Drone Pilot JobsOceanside City Council honors top public safety employees

June 24, 2021by helo-10

OCEANSIDE — The Oceanside City Council recently recognized four staff members as the city’s top police and fire employees of 2020.

At the June 16 council meeting, Mayor Esther Sanchez joined Police Chief Fred Armijo and Fire Division Chief David Parsons in recognizing the city’s top public safety employees.

Two police department and two fire department employees were presented with certificates honoring the work they have done over their many years of service to the city.

“They have real dedication to the City of Oceanside,” Sanchez said.

Officer Gary Alexis was selected as OPD’s top sworn officer of the year. Alexis has worked for the police department for 26 years and is “arguably one of the hardest working police officers” the city has, Armijo said.

According to Armijo, Alexis has a talent for building rapport with people in crisis.

Earlier this year, Alexis was able to convince a man who had assaulted another officer and was refusing to cooperate peacefully with other officers. He had also previously convinced a man who had armed himself with a knife and was threatening others in a local gym to give up the weapon and surrender peacefully.

“Gary is an outstanding person and an outstanding police officer,” Armijo said. “We’re very proud to have him.”

The police department also chose to honor Graziella Fenesy as its professional staff member of the year.

Fenesy has worked as a dispatcher and professional assistant within the department’s communications center for 16 years. According to Armijo, she is the prime example of hard work and respect amongst fellow staff.

The pandemic forced some big changes in workflow at the communications center, such as greatly reducing the time dispatchers had to get 911 recordings to the District Attorney’s office from two weeks to just three days. That burden fell on Fenesy’s shoulders, but Armijo said she never complained.

“She just continues to work hard and get the job done,” he said. “She’s not only respected but she treats others with respect, which is something we need.”

The fire department recognized fire investigator Ron Owens as one of its top employees of the year for his work spearheading the department’s new drone pilot program.

Owens, a licensed pilot, brought the drone program to fruition using his own drone to start. Now, the city has three drones — two in its lifeguard division and one with Owens.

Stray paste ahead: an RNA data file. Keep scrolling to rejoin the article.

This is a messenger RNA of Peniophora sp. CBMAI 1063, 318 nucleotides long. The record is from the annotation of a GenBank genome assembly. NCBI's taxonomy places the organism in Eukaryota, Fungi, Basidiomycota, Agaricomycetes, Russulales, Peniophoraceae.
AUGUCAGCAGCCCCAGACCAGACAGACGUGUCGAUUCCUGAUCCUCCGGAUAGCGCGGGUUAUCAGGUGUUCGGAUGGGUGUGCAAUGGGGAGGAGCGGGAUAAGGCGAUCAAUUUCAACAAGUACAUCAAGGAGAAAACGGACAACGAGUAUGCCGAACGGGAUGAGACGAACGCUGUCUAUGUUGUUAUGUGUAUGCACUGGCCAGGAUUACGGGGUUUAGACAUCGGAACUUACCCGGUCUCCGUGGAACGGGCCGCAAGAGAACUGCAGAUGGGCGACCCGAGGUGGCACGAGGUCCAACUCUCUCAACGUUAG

According to Owens, the infrared capabilities of the drone enable him to focus on an enflamed facility and find its hotspots. He can then provide that information to the firefighters on the ground, who then can target those specific hotspots, saving water and time.

The drones allow lifeguards to spot sharks, rip currents and other potential dangers faster and easier than driving up and down the beach.

The fire department also recognized EMS Manager Lynne Seabloom as its other employee of the year. On top of her busy work managing the department’s Emergency Medical Services, Seabloom took on the role of designated infectious control officer for the city throughout the pandemic.

As infectious control officer, Seabloom was responsible for screening every city employee who became ill from potential exposure to COVID-19. She also became the point of distribution coordinator for vaccinations.

“You have really helped ensure the lives of the citizens of Oceanside,” Sanchez told Seabloom.

The Oceanside Chamber of Commerce is slated to also recognize Owens and Seabloom as heroes during its annual Heroes of Oceanside and Camp Pendleton dinner on June 24.

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There is more to being a drone pilot than just buying a machine and flying in your backyard. It can be that simple, but most of us will need to understand some drone laws before we try to take to the sky.


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